Good movies can emerge from conventional stories, and that’s what Adam Wong and co-writer/producer Saville Chan accomplish with The Way We Dance. The character arcs are tried and true, but the film hits its emotional beats quite well. The production is technically solid, with authentic Hong Kong locations that are rendered attractively but not glamorized. Dance sequences are more than adequate; Sing Mak’s choreography is entertaining, though the inclusion of long, detailed dance sequences stretches the film out to an extended two-plus hours. There’s also parkour and a fusion of dance and Tai Chi – a fun mix that makes the film distinctly Hong Kong yet avoids being pandering or exotic. The set pieces may come across as somewhat manufactured; the dancers are clearly performing for the film audience, and some dance scenes feature beats that instantly drop out of nowhere. But the film’s entertaining rhythm and positive attitude are hard to resist.

The Way We Dance actually works best in the moments in between dances, largely due to its accurate portrayal of Hong Kong youth culture, not to mention the characters, who are as winning as they come. Both Cherry Ngan and Babyjohn Choi turn in surprising performances as Fa and Alan, giving their characters depth and most especially life. Choi does both hot-tempered and mature with charismatic dorkiness, while Ngan gives genuine spark to her youthful sparkplug of a character. Ngan’s expressions are vivid and project spontaneity; she’s the discovery of the film, though a large portion of the credit should go to director Adam Wong. Like with his previous Magic Boy, Wong wrests fine performances from younger, untempered actors. Much has been said about Hong Kong Cinema’s dearth of young talent, but in Adam Wong’s films, that doesn’t seem to apply. Maybe this talent deficiency is something that can be attributed to major studios rather than filmmakers?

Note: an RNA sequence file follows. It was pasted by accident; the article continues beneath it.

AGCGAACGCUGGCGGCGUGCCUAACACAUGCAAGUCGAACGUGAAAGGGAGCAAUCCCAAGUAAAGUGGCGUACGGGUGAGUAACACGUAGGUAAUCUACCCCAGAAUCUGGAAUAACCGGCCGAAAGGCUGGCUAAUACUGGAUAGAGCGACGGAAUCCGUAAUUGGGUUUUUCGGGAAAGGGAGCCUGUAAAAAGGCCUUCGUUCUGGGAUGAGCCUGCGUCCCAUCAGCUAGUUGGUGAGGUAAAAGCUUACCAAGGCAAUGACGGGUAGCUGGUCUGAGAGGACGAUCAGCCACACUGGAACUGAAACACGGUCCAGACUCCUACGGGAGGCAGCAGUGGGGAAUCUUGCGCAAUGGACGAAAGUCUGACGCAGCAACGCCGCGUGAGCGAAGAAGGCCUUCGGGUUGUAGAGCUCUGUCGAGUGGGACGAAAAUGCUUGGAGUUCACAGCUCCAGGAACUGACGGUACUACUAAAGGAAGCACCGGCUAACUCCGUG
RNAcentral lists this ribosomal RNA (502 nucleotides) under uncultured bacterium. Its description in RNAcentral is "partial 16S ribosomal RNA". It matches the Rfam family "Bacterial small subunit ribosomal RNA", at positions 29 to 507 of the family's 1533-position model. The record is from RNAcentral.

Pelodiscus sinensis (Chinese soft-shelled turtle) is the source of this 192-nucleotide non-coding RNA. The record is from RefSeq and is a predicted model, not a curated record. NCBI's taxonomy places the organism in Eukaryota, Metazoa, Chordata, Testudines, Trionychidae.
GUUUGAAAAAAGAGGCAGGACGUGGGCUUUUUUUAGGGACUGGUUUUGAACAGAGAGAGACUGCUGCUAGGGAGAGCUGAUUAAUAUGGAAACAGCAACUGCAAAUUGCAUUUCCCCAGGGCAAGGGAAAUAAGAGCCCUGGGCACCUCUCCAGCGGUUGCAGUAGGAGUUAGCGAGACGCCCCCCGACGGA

The enjoyable rapport between the characters helps to compensate for some of the film’s more clumsy emotions. In particular, Rebecca’s character arc feels forced, especially since her backstory is so detailed and Janice Fan receives less screentime than her co-stars. Maudlin monologues are tough to avoid or excuse in conventional commercial cinema, and that’s where The Way We Dance kind of trips up. This is a feel-good movie with no real bad guys, and seeing the filmmakers justify every character positively causes the gears to occasionally grind. Still, the film’s energy and heart excuse its imperfections, and propel it above most local cinema into something special and worth celebrating. These are young filmmakers and actors finding inspiration in their surroundings to deliver something that, if not entirely accomplished, nonetheless sings. As one character in the film pointedly says, “These are the scars of our youth. Don’t laugh at them!” For The Way We Dance, that’s the least we can do. (Kozo, 4/2013)

 

Availability:

DVD (Hong Kong)
Region 3 NTSC
Panorama Entertainment
2-DVD Edition
16x9 Anamorphic Widescreen
Camtpmese amd Mandarin Language Tracks
Dolby Digital EX
Removable English and Chinese subtitles
*Also Available on Blu-ray Disc
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Image credit: Golden Scene